Laurie Gallaway


Congenital Cataracts in Children


Cataracts are the primary cause of blindness worldwide. Cataractsare the clouding of the lens. The lens is transparent and isimportant for the focusing of a sharp image on the retina. There areseveral different types of cataracts. Congenital cataracts arepresent at birth, and will be the focus of this paper. An eyedisease causes secondary cataracts. Traumatic cataracts are causedby an injury. Finally, senile cataracts are caused by old age andare the most common form of cataracts.

Cataracts can be unilateral, meaning in one eye or bilateral, inboth eyes. Congenital cataracts may be partial affecting part of thelens, or complete affecting the whole lens. If they are partial andnot dense enough to interfere with light transmission, congenitalcataracts are quite common and often visually insignificant (Vaughan, 1989). Dense central congenital cataracts require surgery. They cause a significant loss visually and must be detected early. A parent usually can not detect these cataracts. The doctor usuallydetects the cataracts in the newborn nursery immediately after birth.

Unilateral infantile cataracts that are central, dense, and largerthan 2mm in diameter will cause permanent damage if not treatedwithin the first 2 months of life (Vaughan, 1989). On the otherhand, symmetric bilateral cataracts demand less urgent treatment(Vaughan, 1989).

The main treatment is surgery, followed by lens replacement /correction, and usually completed with occlusion therapy. Thesurgery is called phacoemulsification. In this procedure, ultrasoundvibrations of up to 40,000 cycles per second are made by a hollowtube-like instrument. It is inserted and the vibrations break up thelens into little pieces. The pieces are then sucked out through thetube (Golstein, 1999). The lens replacement/correction may be doneone of two ways. An intraocular lens is a plastic lens insertedwhere the real lens used to be. Aphakic contact lens correction isusing contact lens to improve the images to the retina. I found thatan intraocular lens might be a better choice compared to glasses orcontact lens because the latter two tend to enlarge the image. Thebrain can not combine the two images if one of them is enlarged andthe other is of normal size (Goldstein, 1999). Finally, I found thatmost treatments end with occlusion therapy. This therapy is likeusing a patch to cover the bad eye(s). Usually, 6 to 8 hours per daywere prescribed. Age differences accounted for different waking andsleeping hours. This therapy corresponds to 90% of waking hoursduring the first months of life and gradually declines to 50% ofwaking hours by age 2 or 3 (Birch, 1996). Occlusion therapy usuallywas terminated by the ages between 6 and 9 years old.

Congenital cataracts may be associated with many different thingsduring the pregnancy or birth of a child. One of these associationsinclude maternal rubella during the first trimester of pregnancy(Vaughan, 1989). Others say that congenital cataracts are associatedwith low birth weight, central nervous system abnormalities, mentalretardation, convulsions, cerebral palsy, genetics and heredity (Veterans', 1986).

Congenital cataracts may worsen as a result of trauma. The traumaof the lens means penetrating injury to the lens of the affected eye. Congenital cataracts may also worsen by therapeutic radiation. Thisis when you have medical treatment by irradiation to the person withgamma rays, x-rays, alpha particles or beta particles (Veterans',1986).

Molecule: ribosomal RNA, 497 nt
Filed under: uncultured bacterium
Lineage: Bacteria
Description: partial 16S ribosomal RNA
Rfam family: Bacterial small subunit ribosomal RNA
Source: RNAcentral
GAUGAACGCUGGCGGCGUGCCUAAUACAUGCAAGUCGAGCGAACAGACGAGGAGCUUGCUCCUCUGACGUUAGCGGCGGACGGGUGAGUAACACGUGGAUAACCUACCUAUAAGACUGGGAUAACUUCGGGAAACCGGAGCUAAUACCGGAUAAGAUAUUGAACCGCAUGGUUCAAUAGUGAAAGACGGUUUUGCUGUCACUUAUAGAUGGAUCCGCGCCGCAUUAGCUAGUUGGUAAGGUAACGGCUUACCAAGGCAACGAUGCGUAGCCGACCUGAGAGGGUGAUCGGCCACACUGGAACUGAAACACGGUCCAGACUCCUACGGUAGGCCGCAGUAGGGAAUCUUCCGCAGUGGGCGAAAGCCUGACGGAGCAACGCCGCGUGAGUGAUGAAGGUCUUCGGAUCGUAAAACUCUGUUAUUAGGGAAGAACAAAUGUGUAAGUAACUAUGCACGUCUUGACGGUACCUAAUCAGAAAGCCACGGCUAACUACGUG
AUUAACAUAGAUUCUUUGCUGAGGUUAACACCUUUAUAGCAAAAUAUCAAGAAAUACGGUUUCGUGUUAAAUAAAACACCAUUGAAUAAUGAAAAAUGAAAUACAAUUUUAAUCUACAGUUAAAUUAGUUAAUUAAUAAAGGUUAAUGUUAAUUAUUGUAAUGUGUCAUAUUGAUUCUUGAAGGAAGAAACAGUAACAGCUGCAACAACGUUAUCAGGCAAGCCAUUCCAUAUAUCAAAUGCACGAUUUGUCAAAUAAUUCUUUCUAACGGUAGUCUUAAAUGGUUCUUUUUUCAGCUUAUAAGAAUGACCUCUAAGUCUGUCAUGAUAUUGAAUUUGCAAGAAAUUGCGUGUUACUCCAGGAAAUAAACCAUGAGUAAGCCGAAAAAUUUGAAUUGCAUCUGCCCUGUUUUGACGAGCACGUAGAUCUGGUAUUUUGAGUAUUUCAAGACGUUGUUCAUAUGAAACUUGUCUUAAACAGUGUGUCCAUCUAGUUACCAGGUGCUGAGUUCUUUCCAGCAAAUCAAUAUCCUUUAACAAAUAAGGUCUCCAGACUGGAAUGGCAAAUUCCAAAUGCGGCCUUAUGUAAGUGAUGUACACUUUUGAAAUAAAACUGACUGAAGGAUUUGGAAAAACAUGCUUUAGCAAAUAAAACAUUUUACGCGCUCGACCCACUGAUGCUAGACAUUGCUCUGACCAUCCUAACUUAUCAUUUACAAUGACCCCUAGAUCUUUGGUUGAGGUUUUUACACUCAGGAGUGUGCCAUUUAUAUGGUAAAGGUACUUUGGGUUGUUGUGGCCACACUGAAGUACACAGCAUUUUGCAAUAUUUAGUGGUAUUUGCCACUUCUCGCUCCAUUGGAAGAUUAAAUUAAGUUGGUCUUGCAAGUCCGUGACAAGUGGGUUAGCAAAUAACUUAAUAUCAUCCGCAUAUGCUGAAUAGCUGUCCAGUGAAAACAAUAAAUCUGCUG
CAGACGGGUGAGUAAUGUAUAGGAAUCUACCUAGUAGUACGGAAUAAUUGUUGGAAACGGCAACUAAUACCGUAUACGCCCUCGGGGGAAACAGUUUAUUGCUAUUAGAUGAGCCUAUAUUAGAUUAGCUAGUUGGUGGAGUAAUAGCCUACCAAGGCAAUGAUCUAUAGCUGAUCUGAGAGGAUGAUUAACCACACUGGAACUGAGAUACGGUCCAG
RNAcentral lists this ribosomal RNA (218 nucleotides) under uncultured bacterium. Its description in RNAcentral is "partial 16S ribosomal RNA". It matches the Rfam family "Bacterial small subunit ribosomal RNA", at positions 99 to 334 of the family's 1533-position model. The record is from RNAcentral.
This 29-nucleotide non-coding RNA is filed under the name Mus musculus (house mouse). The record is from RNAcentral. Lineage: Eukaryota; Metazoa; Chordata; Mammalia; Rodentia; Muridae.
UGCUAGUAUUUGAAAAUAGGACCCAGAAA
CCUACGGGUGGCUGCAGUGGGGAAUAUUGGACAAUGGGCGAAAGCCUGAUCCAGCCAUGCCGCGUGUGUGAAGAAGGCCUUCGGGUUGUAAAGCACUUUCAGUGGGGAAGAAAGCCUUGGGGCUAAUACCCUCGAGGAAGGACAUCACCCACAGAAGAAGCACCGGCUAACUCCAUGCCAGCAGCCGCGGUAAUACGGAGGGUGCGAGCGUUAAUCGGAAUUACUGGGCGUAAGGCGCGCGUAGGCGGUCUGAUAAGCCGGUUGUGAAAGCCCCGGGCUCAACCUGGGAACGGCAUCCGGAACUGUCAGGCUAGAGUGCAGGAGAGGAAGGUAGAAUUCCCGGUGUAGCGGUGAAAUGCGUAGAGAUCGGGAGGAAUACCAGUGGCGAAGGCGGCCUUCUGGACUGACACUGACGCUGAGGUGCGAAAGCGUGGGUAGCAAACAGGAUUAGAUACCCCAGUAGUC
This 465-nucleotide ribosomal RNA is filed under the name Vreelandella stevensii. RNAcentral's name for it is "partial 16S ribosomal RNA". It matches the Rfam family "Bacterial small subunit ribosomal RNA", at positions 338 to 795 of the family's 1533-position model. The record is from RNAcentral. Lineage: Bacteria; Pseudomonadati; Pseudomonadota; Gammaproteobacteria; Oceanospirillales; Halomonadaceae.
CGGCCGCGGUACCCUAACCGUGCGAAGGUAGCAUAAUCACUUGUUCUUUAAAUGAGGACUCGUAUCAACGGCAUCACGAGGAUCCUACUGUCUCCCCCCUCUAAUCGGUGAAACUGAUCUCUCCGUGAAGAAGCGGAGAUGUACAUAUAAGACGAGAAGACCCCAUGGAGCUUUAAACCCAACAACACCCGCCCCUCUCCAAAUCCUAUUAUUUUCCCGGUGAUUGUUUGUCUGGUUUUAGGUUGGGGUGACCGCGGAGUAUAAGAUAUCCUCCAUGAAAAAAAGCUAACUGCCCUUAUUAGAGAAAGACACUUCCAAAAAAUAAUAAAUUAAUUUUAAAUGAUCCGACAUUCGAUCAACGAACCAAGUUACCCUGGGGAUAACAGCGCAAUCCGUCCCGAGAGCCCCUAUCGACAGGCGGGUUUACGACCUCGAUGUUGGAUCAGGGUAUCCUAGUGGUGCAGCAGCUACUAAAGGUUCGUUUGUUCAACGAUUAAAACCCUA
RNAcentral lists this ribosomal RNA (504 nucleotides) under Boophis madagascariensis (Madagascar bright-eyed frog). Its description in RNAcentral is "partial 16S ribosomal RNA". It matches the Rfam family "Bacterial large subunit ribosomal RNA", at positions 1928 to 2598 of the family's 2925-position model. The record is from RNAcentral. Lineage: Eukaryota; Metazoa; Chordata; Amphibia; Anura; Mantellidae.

Majorities of people believe that congenital cataracts developgenetically. Many doctors and psychologists are using mice tounderstand the development of these cataracts. There are two mainadvantages to using mice as models for human congenital cataracts. One advantage is that the mice are easy to breed in large littersthat provide statistically significant data (Sidjanin, 1997). Asecond advantage is that the mouse genome is well characterized withmany mouse -to- human homologies (Sidjanin, 1996). This method ofusing mice, provides for predicting the location of human diseasegenes based on the basis of their location in the mouse genome.

Sidjanin, Grimes, Pretsch and their colleauges are using mice justas described above. They have found a mutation called the Coc mutation on the mouse genome. They have found that this mutationcauses one of the most common types of congenital cataracts. Theyare called autosomal dominant congenital cataracts. This isolationand characterization of the mouse Coc gene will allow us to isolatethe homologous human gene (Sidjanin, 1997).

Another group of scientists are using mice for genetic researchwith congenital cataracts. Norose, Clark, and their colleaugestested for SPARC in mice (Norose, 1998). SPARC is a major componentof remodeling tissues and figures prominently in morphogenesis,development, injury, and repair (Norose, 1998). SPARC has been shownto inhibit the cell cycle, prevent cell adhesion, and inactivatecellular responses to certain growth factors (Norose, 1998). SPARC-null mice developed early onset cataracts by 1.5 and 3.5 monthsof age. This age of 1.5 months is equivalent to the age of youngchildren, in humans (Norose, 1998). By 8 months, the wild mice didnot develop cataracts at all. This study provides strong evidencethat the SPARC gene is essential to the normal development andmaintenance of transparent lens cells by the development of earlyonset of cataracts in the SPARC-null mice (Norose, 1998). Therefore,these results indicates that a similar disease could be manifested inhumans with a defective SPARC gene (Norose, 1998).